Polls took a turn in the St. Petersburg Mayor’s Race, with Robert Blackmon jumping to the second spot, ahead of fellow City Council member Darden Rice. Ken Welch continues to lead the pack.
But with ballots already hitting mailboxes, 21% of the city’s electorate is still undecided, according to the latest survey from St. Pete Polls commissioned by Florida Politics.
In the Primary, Welch leads with just over 23% support, with Blackmon trailing slightly at just under 22%. That’s a significant jump for Blackmon, who, in the previous poll taken June 21, collected just 12% support.
While Blackmon gained 10 percentage points since the last poll, Rice grew her support by just five points as the share of undecided voters shrunk from 34% to 21%.
Her drop overall among the field of top contenders could be a sign voters are abandoning her after backlash from a pair of campaign mailers sent to voters attacking Welch, with claims he had support from Republicans and using that support to tie Welch to former President Donald Trump.
Commenters, including incumbent Mayor Rick Kriseman and former Tampa Mayor Bob Buckhorn, called the claims ridiculous and defended Welch’s progressive record and highlighting his ability to work across the aisle to get things done for his constituents as a Pinellas County Commissioner.
The poll also suggests Blackmon emerged from potentially damaging headlines a week ago that he had attempted to evict residents from low-income housing at a property he bought in late April.
The previous poll had Rice in a virtual tie with Blackmon and former City Council member Wengay Newton. Newton was the only candidate in the field to lose significant ground overall poll-to-poll, dropping from 13% support to just 8% in the poll released Friday.
The poll is overall good news again for Welch, who, in addition to leading candidates in the Primary, giving him a better-than-good shot at making the runoff election, leads in head-to-head matchups against either Blackmon or Rice.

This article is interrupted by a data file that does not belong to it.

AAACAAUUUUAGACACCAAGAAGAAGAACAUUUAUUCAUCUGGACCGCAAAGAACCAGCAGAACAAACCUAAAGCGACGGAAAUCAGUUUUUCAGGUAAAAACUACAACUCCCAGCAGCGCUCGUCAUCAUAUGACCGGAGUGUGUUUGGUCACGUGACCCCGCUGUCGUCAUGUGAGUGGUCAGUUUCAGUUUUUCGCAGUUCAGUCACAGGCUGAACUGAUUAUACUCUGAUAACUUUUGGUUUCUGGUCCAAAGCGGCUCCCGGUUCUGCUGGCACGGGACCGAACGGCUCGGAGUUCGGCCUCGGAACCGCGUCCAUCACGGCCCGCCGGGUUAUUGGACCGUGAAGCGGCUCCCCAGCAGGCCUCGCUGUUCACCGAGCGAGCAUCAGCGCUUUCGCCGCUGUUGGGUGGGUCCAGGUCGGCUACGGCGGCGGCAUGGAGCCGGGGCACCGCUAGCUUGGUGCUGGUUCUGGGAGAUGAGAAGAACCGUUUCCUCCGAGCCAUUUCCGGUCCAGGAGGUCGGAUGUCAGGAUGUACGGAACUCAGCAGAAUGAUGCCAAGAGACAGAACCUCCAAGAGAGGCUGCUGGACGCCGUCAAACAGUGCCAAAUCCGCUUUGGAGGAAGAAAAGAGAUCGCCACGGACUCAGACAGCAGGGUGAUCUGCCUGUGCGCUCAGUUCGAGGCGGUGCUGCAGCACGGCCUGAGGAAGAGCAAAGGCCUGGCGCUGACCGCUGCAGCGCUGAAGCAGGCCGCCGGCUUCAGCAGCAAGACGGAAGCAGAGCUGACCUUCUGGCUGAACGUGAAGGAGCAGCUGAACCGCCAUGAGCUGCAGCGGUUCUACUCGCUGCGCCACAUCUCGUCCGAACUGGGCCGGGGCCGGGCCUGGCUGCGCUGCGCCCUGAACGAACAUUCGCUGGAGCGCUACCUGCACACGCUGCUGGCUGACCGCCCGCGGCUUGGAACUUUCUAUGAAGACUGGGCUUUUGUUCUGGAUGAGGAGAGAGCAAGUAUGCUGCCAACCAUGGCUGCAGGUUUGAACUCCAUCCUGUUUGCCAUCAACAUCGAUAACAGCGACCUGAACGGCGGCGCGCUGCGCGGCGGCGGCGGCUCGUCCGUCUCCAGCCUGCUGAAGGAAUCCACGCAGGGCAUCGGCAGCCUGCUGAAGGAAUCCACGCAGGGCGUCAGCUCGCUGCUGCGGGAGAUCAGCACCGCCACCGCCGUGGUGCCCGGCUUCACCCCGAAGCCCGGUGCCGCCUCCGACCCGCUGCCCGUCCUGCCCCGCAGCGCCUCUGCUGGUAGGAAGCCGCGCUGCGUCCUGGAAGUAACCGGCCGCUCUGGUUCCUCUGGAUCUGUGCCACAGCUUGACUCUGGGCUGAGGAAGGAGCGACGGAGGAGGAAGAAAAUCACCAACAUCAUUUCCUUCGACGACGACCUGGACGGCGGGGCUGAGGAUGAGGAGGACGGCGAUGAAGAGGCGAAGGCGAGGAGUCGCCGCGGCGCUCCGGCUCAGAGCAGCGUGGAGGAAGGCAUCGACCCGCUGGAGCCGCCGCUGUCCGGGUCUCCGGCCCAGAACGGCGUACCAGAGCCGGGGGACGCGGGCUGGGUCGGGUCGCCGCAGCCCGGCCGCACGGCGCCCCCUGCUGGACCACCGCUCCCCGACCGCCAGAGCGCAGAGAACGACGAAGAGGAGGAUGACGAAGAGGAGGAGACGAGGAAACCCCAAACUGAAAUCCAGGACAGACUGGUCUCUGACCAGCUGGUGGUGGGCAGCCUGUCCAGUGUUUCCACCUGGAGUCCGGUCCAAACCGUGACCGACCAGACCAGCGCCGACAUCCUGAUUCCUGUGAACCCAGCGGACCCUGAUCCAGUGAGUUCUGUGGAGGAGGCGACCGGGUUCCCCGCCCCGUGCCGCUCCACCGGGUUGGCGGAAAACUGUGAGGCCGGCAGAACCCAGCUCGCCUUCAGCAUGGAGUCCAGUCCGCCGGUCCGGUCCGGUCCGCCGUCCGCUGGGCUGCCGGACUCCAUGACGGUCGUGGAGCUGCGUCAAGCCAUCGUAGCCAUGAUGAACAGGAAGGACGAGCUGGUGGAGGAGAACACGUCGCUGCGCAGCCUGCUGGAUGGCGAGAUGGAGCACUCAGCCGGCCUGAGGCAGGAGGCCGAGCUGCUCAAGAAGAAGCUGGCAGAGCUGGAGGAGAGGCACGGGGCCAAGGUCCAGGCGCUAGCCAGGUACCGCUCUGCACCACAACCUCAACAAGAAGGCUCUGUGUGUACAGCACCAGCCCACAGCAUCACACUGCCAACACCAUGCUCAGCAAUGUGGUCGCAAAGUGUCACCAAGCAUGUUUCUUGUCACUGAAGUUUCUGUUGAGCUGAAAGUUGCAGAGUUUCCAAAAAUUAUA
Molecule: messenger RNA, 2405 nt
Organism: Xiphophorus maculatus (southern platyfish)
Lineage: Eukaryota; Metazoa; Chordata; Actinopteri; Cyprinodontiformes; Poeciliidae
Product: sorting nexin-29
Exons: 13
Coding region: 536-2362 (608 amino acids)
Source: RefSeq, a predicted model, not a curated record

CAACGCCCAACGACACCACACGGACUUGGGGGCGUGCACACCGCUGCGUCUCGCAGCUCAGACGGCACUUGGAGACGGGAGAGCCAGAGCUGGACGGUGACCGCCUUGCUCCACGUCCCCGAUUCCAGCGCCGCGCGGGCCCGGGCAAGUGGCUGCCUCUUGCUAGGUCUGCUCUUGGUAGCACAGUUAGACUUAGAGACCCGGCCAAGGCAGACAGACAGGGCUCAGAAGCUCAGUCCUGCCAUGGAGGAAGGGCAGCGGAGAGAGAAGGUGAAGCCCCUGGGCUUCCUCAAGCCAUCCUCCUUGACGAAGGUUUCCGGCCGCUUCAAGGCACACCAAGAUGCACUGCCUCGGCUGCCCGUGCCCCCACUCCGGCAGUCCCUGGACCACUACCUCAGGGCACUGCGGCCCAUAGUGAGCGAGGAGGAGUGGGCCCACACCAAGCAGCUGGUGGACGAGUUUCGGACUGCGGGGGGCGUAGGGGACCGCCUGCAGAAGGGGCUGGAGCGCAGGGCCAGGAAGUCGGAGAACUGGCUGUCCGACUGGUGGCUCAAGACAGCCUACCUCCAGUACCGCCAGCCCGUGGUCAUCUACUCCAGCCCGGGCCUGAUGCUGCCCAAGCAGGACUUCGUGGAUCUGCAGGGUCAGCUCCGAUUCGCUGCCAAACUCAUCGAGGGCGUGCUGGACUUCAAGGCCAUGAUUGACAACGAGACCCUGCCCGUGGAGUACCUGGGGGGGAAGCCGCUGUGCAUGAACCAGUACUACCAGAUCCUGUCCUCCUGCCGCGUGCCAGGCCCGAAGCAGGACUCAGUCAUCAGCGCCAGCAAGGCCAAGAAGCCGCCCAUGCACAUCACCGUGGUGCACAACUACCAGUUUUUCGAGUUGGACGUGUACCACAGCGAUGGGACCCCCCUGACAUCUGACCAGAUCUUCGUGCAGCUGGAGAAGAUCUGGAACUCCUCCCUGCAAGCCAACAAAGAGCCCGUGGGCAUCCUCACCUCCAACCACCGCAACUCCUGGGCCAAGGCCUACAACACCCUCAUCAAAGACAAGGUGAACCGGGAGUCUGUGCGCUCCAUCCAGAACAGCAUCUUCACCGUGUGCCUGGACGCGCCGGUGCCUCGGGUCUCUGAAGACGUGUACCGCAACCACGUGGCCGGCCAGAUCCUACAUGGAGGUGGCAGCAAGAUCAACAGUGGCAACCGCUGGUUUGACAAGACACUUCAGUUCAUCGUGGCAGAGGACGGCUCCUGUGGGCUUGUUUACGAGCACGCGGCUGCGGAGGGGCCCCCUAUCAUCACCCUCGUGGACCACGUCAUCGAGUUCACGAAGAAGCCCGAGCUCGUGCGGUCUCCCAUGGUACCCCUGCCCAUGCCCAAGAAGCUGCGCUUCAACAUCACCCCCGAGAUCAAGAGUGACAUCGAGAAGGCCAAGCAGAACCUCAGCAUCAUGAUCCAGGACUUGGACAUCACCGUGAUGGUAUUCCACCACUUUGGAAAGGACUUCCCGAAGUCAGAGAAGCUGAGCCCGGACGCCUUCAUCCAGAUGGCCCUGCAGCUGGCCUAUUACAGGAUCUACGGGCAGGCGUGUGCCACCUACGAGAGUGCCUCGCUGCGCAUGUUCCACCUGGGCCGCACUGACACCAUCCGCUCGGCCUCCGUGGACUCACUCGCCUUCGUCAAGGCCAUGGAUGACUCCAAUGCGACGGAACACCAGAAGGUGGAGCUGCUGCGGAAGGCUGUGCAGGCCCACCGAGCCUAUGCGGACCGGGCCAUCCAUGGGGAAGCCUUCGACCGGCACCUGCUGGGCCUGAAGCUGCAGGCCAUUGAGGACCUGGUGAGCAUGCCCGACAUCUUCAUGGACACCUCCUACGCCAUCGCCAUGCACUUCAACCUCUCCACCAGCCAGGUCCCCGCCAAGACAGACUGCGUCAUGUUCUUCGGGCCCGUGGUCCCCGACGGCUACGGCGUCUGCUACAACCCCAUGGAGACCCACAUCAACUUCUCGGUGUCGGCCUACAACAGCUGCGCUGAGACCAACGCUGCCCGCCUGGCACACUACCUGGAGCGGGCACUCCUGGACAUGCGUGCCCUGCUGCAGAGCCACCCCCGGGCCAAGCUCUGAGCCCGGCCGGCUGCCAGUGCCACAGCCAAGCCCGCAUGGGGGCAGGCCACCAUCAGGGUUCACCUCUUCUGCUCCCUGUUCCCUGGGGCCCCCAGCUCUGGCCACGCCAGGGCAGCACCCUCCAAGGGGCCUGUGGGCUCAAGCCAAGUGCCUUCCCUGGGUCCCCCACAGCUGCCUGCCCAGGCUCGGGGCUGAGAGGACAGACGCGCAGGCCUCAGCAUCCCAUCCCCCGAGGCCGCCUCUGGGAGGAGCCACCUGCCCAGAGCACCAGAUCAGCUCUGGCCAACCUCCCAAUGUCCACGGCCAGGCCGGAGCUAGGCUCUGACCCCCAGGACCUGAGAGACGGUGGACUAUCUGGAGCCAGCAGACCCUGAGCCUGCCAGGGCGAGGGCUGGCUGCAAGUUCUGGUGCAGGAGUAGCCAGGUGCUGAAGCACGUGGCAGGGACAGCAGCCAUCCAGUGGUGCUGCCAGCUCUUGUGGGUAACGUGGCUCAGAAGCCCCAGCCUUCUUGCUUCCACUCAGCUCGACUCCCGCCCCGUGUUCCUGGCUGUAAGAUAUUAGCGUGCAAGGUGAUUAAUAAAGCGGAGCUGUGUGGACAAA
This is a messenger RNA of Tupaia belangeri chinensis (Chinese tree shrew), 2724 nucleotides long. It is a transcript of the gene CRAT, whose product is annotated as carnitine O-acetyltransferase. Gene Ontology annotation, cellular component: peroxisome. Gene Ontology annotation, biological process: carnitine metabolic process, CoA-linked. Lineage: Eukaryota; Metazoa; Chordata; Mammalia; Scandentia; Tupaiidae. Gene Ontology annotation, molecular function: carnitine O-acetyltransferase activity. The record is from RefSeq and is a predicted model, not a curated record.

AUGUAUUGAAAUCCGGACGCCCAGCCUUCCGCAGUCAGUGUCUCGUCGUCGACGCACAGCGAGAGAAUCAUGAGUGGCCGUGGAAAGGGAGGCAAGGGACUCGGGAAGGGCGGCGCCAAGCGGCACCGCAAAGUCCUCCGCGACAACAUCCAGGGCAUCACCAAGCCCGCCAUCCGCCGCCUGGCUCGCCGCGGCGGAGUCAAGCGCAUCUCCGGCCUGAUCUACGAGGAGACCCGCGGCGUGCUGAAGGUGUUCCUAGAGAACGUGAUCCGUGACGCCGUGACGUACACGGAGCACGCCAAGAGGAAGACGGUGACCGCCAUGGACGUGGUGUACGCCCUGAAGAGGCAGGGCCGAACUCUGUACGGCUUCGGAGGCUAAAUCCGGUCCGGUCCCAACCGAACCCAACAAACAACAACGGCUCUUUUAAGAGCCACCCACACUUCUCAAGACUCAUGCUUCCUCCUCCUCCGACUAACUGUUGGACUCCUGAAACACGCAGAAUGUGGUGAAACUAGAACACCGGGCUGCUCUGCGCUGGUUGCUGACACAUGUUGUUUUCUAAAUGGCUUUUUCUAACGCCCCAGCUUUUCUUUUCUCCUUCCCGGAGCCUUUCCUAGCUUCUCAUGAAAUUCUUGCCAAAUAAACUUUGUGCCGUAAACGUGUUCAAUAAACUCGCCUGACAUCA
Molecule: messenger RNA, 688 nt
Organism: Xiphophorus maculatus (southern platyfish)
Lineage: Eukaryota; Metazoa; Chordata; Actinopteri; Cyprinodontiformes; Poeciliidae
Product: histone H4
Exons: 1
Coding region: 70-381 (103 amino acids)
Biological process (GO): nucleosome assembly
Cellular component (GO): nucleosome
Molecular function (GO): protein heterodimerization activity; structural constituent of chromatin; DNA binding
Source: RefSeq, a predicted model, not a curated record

Against Blackmon, Welch leads 32% to 24%, with a staggering 44% of voters still undecided. Against Rice, he leads 36% to 25% with 39% undecided.
Blackmon, meanwhile, trails both Welch and Rice in a hypothetical General Election, trailing Rice 23% to 32%, with 45% undecided.
Among the full Primary field, no other candidate broke 10% support.
There are some interesting demographics to watch.
Welch overwhelmingly leads among Democrats with 31% to Rice’s 22%. But he also performs well among Republicans with 14% support, double that of restaurateur Pete Boland, an actual Republican. Still, Blackmon, who is also a Republican, leads that demographic with 41% support. It’s important to note that St. Pete is blue. Democrats outnumber Republicans with 89,057 voters to the GOP’s 49,992.
In more bad news for Rice, Welch carries a significant lead among women, leading Rice with 23% support to her 19%. Blackmon is also at 19% support among women. Meanwhile, Welch and Blackmon are statistically tied at 25% support among men, to Rice’s 14% support.
Rice does perform better among White voters, at 21% support to Welch’s 16%, but trails Blackmon, who collected 27% support in the latest poll. Further, and perhaps unsurprisingly, Welch is heavily carrying the Black vote with 46% support. Rice came in with just 4% support among that Demographic, with Blackmon claiming 7%. Newton, meanwhile, is siphoning a significant portion of Black voters at 20% support.
While there are still plenty of undecided voters left to capture, particularly considering the Primary Election is just a month away, the entirety of poll results show trouble for Rice. Once considered the candidate to beat, she now finds herself in a position of clamoring to get into the top-two.
It also bears out early hypotheses that the race, before Blackmon or Boland, the only Republicans running, entered the race, had room for a moderate conservative to claim a lane in the top-two.
Voters should watch now how Rice’s campaign responds to the latest poll and whether they’ll walk back recent mailers that appear to have damaged her standing in the race as the Aug. 24 Primary draws near and voters continue to cast their ballots ahead of Election Day.